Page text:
The thought of legalized cannabis helping to address the opioid crisis has caused a lot of enthusiasm and hope. Opioid misuse has declined in recent times while cannabis use has risen, simultaneously. This is impartially due to the nation-wide liberalization of marijuana regulation laws (not ALL states).
Based on research studies, many advocates have been speaking of this connection, defending cannabis by saying that easier marijuana access reduces opioid use/misuse which reduces fatality rates.
However, a recent study urges caution.
The nation-wide movement for medical marijuana acceptance and legalization was seen as an initiative that could help curb abuse and overdose rates amongst prescription and synthetic opioid users.
However, according to a recent study, results published by the Proceedings of the National Academy of Sciences suggest that the legalization of medical cannabis has not reduced the rate in which opioid-induced overdoses occur.
Chelsea L. Shover, a PhD holder and staff member of the Department of Psychiatry and Behavioral Sciences at Stanford University stated: “Medical cannabis has been touted as a solution to the U.S. opioid overdose crisis since Bachhuber et al found that from 1999 to 2010 states with medical cannabis laws experienced slower increases in opioid analgesic overdose mortality”.
These new data points are certainly beginning to spark conversations; national attention is ever-growing on the topic. The correlation between legalized medical marijuana and reduced opioid overdose deaths are now headliner-worthy discussions in scientific literature and popular medical press sources. It’s becoming the center point of discussion in the cannabis industry and amongst activists as the impact of legalized marijuana becomes more and more apparent.
Similar to another study conducted by Marcus Bachhuber, Chelsea Shover had conducted a “time-series” study of medical cannabis laws. During this case study, Shover reviewed state-issued death certificate data across all 50 states between the years of 2010-2017.
Compared to the results of the same study held from 1999-2010, Shover and her colleagues concluded that there’s a statistical and indistinguishable reduction in the rate of opioid-induced deaths in relation to cannabis regulations.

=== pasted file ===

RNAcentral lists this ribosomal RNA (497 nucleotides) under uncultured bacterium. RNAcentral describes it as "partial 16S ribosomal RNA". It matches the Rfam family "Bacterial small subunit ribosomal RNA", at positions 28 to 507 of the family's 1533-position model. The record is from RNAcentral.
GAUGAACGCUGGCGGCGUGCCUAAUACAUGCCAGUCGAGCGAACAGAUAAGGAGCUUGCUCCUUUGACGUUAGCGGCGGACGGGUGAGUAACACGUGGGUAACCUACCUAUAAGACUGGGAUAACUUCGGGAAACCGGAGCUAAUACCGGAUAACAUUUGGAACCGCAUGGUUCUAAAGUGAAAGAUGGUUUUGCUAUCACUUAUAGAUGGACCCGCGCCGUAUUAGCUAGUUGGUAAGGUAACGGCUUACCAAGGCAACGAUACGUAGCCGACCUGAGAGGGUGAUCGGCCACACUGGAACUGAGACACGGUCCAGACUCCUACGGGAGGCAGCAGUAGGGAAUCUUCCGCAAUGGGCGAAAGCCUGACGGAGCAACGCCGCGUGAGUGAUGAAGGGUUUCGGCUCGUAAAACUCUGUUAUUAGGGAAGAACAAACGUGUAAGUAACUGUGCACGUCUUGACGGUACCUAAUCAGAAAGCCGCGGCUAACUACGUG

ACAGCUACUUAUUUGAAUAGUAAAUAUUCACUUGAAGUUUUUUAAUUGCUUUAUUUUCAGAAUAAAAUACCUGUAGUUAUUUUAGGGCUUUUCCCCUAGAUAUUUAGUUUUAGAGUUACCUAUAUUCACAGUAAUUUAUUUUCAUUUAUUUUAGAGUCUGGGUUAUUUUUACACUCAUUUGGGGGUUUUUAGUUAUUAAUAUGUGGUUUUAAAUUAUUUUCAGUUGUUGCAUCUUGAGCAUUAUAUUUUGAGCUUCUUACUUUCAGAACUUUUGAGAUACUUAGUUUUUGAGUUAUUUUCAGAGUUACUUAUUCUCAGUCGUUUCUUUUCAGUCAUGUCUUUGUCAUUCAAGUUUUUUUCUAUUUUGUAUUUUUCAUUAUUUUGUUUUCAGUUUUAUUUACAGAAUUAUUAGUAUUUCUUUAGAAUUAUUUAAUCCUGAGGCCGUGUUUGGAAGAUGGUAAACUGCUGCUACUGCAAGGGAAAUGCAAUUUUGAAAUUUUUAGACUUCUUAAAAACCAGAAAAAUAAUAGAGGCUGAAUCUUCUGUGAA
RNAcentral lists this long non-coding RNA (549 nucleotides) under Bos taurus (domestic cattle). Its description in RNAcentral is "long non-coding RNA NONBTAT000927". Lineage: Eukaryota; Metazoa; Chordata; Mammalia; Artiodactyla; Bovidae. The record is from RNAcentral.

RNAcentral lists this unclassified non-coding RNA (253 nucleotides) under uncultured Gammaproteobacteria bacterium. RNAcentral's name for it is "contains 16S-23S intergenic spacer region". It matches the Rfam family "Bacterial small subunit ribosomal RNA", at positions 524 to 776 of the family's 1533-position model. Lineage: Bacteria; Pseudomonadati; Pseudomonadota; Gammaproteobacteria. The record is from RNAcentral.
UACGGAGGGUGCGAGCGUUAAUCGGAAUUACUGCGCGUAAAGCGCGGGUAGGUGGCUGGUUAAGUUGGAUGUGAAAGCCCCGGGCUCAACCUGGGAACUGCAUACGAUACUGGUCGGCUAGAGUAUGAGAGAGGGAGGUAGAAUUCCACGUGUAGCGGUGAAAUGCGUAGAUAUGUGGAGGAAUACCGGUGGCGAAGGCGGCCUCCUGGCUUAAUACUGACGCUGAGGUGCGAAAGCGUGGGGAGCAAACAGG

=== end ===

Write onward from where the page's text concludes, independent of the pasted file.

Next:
After combining statistics of both studies, from the years of 1999-2017, it was determined that states that had passed cannabis laws actually experienced a 22.7% rise in overdose deaths.
Shover stated later that while the data from 2008-2012 could’ve produced results similar to that of the findings of Bachhuber’s study, by the time 2013 came around, that correlation soon became ambiguous. By 2017, data from Shover’s study suggested the exact opposite of Bachhuber’s findings.
Those involved in Shover’s study attribute these differences to better economical affluence, liberal political leadership, incarceration rates for marijuana-related offenses, and easier access to naloxone during the “old” study.
“We are more cautious than others have been in drawing causal conclusions from ecological correlations and conclude that the observed association between these two phenomena is likely spurious rather than a reflection of medical cannabis saving lives 10 years ago and killing people today”, stated Shover and her study colleagues.
Overall, researchers, including Shover, are hoping these findings don’t discourage future research on medical cannabis.
There are many valid reasons that we should pursue policies for medical cannabis. However, based on results it seems that policymakers need to focus efforts on solutions that don’t involve the use of cannabis to reduce the mortality rate of opioid overdoses.